“This legislation has the potential to dramatically limit our ability to educate and train graduate students in this country,” said USC Provost Michael Quick. “It could profoundly harm the ability of U.S. universities to attract the best and brightest students from all economic backgrounds, and it will substantially impact areas where the United States is the world’s leader: innovation and creativity.”

In addition, research institutions could bear a significant portion of those effects. ACE cited data from the U.S. Department of Education showing that 57 percent of tuition assistance goes to graduate students in science, technology, engineering and math fields.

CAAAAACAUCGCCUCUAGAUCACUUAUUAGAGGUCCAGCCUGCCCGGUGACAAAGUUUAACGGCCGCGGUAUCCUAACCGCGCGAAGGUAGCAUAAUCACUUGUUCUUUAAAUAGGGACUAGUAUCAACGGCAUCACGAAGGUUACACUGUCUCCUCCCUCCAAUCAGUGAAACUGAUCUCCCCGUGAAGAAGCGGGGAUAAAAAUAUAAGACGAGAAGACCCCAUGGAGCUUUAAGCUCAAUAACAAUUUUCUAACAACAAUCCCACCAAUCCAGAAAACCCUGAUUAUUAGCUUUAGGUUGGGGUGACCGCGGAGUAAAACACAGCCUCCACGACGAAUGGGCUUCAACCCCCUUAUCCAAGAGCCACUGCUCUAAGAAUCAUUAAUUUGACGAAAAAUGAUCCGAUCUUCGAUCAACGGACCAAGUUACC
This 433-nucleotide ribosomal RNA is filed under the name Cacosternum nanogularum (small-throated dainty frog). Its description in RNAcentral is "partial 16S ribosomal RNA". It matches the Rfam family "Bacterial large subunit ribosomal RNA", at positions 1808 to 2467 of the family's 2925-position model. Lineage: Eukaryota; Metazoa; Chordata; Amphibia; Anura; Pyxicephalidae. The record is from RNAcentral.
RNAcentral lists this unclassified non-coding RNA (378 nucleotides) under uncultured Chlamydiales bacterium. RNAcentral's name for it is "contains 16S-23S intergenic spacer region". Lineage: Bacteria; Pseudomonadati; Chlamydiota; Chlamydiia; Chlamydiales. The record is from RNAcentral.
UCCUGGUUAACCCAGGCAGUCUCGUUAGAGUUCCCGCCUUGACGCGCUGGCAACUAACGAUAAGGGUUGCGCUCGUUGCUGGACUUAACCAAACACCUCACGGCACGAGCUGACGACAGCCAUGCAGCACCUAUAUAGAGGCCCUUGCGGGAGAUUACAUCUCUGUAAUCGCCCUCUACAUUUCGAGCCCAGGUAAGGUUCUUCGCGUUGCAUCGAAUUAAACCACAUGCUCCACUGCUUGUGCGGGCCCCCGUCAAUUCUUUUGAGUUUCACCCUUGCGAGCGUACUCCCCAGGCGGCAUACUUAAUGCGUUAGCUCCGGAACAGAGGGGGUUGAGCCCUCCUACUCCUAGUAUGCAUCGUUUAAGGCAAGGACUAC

“These proposals would be seriously harmful for our PhD students, who rely on these stipends for support as they develop as researchers and teachers, and to all of our graduate students who have student loans or qualify for other assistance,” Graddy and Pratt said in their letter.

Staff and faculty members who benefit from USC’s tuition support program for spouses and dependents could also experience a major cut in their paychecks or no longer be able to afford to send their child to USC if those benefits become taxable.

Charitable giving

Although it remains unclear if and when proposed tax law changes will be enacted, current provisions in tax reform bills could provide fewer benefits for charitable donations by doubling the standard deduction, doubling the estate tax exclusion amount and increasing the share of income that can be offset by deducting cash gifts to charity.